Admitting that he and others who created Facebook knew that social media could have a detrimental effect on society, former Facebook executive Chamath Palihapitiya opened up about the social media platform in an interview last month, saying, “I feel tremendous guilt.”
Interviewed in November at Stanford University’s Graduate School of Business, Palihapitiya warned that social networks “are ripping apart the social fabric of how society works” after he revealed that social media pioneers knew “in the back recesses” of their minds “something bad could happen” with the platforms they created.
After more than a decade of Facebook and Twitter, questions have arisen regarding social media’s impact on today’s society.
“If you feed the beast, that beast will destroy you,” stated Palihapitiya.
He explained how the “short-term dopamine-driven feedback loops that we have created are destroying how society works” and “eroding the core foundations of how people behave by and between each other.”
“No civil discourse, no cooperation, misinformation, mistruth, and it is not an American problem. This is not about Russian ads. This is a global problem,” he said. “We are in a really bad state of affairs right now, in my opinion.”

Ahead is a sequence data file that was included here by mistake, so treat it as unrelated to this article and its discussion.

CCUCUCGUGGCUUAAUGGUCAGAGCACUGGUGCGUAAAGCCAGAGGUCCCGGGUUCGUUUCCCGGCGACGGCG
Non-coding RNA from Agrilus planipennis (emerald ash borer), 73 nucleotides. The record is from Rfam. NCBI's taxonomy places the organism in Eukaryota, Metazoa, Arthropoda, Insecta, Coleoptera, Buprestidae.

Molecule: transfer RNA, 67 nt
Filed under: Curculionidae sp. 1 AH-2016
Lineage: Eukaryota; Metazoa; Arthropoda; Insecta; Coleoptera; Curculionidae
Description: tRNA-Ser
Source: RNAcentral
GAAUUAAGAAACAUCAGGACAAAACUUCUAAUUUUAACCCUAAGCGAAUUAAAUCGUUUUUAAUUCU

Calling the reality of Facebook “fake, brittle popularity,” Palihapitiya said that the platform is actually leading people to “curate our lives around this perceived sense of perfection because we get rewarded in these short-term signals: hearts, likes, thumbs-up. And we conflate that with value, and we conflate it with truth.”
He further pointed out that the benefits are short-term, leaving users even more vacant and empty than they were before going online.
“Because then you’re in this vicious cycle, like, what’s the next thing I need to do now because I need it back. Think about that compounded by two billion people, and then think about how people react then to the perceptions of others. It’s just a really bad thing, it’s really, really bad…,” he said. “You don’t realize it, but you are being programmed.”
Palihapitiya revealed he does not allow his own children to use social media.
The former Facebook leader’s assessment comes after Sean Parker, the company’s former president, also admitted that by design, their creation has turned into a monster bent on needlessly consuming everyone’s time.
“God only knows what it’s doing to our children’s brains,” Parker said.
Palihapitiya went on to contend that Facebook was “a very different company” during his time there, which ended six years ago.
However, he said the platform’s basic design of incentivizing consumptive use by offering people short-term rewards that feed their emotional needs has not changed.
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